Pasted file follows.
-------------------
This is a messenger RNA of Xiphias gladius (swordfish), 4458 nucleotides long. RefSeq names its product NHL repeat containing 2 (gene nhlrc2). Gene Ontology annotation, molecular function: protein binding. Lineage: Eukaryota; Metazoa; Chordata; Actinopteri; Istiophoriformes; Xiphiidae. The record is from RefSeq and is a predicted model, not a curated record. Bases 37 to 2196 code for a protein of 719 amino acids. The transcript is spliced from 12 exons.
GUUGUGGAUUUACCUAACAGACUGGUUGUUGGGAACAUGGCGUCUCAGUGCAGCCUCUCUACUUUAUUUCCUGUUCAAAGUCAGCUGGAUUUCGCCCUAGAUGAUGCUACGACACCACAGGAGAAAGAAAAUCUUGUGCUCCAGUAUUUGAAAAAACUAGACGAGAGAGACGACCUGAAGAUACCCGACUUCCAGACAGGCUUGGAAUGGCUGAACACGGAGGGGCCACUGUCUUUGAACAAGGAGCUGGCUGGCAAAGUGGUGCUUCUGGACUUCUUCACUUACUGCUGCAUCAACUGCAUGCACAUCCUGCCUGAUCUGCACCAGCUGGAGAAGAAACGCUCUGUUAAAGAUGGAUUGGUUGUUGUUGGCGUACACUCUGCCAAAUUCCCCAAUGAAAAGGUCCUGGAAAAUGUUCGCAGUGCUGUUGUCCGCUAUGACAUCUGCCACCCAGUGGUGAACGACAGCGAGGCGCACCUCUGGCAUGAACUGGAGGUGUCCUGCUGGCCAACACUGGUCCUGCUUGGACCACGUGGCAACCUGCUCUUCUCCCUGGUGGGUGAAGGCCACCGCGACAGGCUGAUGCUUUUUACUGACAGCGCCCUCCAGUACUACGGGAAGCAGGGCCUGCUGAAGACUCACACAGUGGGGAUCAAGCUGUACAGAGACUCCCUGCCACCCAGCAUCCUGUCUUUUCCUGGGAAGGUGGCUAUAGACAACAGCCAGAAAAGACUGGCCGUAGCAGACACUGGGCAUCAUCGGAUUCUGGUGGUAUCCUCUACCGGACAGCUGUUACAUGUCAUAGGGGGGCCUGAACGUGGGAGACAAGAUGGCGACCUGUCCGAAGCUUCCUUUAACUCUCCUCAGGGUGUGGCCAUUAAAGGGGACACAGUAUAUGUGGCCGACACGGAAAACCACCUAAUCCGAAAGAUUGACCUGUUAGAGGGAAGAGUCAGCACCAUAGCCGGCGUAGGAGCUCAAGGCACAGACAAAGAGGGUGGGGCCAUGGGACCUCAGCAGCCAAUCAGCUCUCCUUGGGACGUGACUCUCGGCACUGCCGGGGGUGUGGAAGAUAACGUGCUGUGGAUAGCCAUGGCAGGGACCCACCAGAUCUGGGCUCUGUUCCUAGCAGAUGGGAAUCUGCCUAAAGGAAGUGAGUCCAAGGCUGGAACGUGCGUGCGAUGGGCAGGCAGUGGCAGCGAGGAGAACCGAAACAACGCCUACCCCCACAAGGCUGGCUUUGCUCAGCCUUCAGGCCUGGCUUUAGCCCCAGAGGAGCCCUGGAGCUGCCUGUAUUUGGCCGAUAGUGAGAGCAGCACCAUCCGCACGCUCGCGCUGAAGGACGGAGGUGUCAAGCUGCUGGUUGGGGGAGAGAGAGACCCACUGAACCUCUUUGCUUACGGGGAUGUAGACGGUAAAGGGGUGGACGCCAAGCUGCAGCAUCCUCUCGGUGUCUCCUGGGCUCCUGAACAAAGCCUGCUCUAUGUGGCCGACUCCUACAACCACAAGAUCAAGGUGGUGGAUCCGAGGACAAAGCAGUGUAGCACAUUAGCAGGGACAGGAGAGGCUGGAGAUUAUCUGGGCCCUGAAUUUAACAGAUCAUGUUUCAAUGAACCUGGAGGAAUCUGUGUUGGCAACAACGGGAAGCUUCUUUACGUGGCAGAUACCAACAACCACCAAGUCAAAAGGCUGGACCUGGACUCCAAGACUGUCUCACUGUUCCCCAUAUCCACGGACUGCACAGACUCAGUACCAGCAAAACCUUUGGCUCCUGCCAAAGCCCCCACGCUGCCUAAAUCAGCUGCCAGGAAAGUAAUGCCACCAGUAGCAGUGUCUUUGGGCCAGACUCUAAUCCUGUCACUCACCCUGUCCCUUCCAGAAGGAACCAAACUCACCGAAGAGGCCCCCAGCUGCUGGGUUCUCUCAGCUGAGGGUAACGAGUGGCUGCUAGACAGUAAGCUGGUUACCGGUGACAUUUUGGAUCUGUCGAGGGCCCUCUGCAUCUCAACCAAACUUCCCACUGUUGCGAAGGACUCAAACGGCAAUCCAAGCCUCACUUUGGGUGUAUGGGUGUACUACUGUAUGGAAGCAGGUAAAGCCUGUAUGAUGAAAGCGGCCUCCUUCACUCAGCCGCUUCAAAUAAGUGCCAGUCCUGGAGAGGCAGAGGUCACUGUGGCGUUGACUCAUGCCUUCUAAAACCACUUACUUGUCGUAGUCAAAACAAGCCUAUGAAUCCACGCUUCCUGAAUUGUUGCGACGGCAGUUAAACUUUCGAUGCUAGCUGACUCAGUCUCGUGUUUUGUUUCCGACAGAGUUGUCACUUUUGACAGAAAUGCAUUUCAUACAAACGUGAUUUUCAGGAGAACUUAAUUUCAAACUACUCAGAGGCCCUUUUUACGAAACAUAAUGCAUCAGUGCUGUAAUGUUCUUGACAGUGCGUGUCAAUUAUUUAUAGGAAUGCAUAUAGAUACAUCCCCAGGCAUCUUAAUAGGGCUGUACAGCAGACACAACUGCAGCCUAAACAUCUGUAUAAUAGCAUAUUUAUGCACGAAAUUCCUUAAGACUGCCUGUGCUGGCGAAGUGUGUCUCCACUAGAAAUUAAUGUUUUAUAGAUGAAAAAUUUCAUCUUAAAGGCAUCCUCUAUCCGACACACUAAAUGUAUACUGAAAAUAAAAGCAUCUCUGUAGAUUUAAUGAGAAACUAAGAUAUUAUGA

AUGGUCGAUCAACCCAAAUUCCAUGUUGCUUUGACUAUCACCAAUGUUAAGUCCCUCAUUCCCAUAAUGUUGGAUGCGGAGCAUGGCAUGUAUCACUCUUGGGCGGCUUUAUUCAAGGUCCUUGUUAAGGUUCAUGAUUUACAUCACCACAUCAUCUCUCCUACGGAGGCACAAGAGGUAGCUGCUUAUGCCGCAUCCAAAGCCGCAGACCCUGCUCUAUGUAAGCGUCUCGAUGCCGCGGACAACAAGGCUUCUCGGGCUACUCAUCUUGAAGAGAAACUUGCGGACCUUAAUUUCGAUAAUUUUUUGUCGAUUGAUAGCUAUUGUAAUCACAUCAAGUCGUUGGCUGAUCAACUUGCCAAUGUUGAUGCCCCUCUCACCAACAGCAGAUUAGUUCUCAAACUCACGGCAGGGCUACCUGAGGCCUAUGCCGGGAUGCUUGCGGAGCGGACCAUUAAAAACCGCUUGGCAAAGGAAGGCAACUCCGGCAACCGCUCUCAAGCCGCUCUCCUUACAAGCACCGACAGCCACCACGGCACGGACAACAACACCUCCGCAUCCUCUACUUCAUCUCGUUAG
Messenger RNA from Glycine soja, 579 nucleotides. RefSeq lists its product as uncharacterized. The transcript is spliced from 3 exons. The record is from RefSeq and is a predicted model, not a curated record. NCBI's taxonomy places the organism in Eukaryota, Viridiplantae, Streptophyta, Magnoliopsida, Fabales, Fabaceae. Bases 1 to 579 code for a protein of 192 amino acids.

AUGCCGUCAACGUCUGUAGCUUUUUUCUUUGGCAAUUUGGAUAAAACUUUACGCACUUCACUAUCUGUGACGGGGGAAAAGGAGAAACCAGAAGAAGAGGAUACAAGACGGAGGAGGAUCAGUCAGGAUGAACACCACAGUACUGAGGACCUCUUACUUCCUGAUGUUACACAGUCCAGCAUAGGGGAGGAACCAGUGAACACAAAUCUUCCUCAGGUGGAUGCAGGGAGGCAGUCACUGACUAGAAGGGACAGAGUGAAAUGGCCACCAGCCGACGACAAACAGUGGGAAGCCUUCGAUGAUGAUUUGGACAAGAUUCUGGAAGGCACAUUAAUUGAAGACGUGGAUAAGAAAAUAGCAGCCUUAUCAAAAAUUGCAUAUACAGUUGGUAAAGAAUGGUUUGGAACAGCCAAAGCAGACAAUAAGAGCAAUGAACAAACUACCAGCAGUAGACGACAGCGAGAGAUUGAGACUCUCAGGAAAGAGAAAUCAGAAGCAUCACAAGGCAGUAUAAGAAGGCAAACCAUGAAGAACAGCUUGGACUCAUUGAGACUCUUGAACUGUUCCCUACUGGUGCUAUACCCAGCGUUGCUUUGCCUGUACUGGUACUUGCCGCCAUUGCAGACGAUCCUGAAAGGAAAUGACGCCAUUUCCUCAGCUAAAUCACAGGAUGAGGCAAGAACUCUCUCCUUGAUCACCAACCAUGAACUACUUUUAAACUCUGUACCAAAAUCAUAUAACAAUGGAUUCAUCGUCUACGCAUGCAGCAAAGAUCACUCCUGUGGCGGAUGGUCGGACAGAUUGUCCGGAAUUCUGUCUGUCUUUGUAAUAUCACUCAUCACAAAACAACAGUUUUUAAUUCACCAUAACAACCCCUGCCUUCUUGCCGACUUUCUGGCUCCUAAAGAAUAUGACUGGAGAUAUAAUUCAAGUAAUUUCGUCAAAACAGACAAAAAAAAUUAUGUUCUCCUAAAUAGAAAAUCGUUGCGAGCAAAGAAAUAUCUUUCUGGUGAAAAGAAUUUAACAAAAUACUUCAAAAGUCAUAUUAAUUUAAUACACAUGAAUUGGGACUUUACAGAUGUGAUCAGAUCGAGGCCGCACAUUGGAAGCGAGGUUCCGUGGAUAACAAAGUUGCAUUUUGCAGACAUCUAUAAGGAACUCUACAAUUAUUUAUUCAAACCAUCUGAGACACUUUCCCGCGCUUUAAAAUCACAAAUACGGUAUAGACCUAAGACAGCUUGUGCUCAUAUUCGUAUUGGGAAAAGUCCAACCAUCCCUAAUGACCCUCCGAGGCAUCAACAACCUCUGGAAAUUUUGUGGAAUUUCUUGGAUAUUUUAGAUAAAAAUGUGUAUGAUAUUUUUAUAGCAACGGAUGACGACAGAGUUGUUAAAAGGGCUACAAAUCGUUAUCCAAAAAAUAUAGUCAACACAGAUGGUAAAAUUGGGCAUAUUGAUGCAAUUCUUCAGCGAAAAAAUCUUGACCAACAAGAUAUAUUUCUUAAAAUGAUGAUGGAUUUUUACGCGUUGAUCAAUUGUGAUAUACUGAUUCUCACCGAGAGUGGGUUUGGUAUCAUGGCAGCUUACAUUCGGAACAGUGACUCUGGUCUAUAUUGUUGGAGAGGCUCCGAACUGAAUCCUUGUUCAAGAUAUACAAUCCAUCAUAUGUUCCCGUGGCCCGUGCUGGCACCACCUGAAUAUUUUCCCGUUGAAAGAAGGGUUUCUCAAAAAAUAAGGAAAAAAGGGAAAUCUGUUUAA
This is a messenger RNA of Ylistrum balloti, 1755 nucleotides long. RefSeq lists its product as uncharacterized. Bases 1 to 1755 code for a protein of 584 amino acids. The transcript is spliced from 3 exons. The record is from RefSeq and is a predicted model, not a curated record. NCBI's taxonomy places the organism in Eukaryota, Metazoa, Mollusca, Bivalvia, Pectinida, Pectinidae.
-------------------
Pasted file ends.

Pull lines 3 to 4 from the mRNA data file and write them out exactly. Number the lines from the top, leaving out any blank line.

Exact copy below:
AUGGUCGAUCAACCCAAAUUCCAUGUUGCUUUGACUAUCACCAAUGUUAAGUCCCUCAUUCCCAUAAUGUUGGAUGCGGAGCAUGGCAUGUAUCACUCUUGGGCGGCUUUAUUCAAGGUCCUUGUUAAGGUUCAUGAUUUACAUCACCACAUCAUCUCUCCUACGGAGGCACAAGAGGUAGCUGCUUAUGCCGCAUCCAAAGCCGCAGACCCUGCUCUAUGUAAGCGUCUCGAUGCCGCGGACAACAAGGCUUCUCGGGCUACUCAUCUUGAAGAGAAACUUGCGGACCUUAAUUUCGAUAAUUUUUUGUCGAUUGAUAGCUAUUGUAAUCACAUCAAGUCGUUGGCUGAUCAACUUGCCAAUGUUGAUGCCCCUCUCACCAACAGCAGAUUAGUUCUCAAACUCACGGCAGGGCUACCUGAGGCCUAUGCCGGGAUGCUUGCGGAGCGGACCAUUAAAAACCGCUUGGCAAAGGAAGGCAACUCCGGCAACCGCUCUCAAGCCGCUCUCCUUACAAGCACCGACAGCCACCACGGCACGGACAACAACACCUCCGCAUCCUCUACUUCAUCUCGUUAG
Messenger RNA from Glycine soja, 579 nucleotides. RefSeq lists its product as uncharacterized. The transcript is spliced from 3 exons. The record is from RefSeq and is a predicted model, not a curated record. NCBI's taxonomy places the organism in Eukaryota, Viridiplantae, Streptophyta, Magnoliopsida, Fabales, Fabaceae. Bases 1 to 579 code for a protein of 192 amino acids.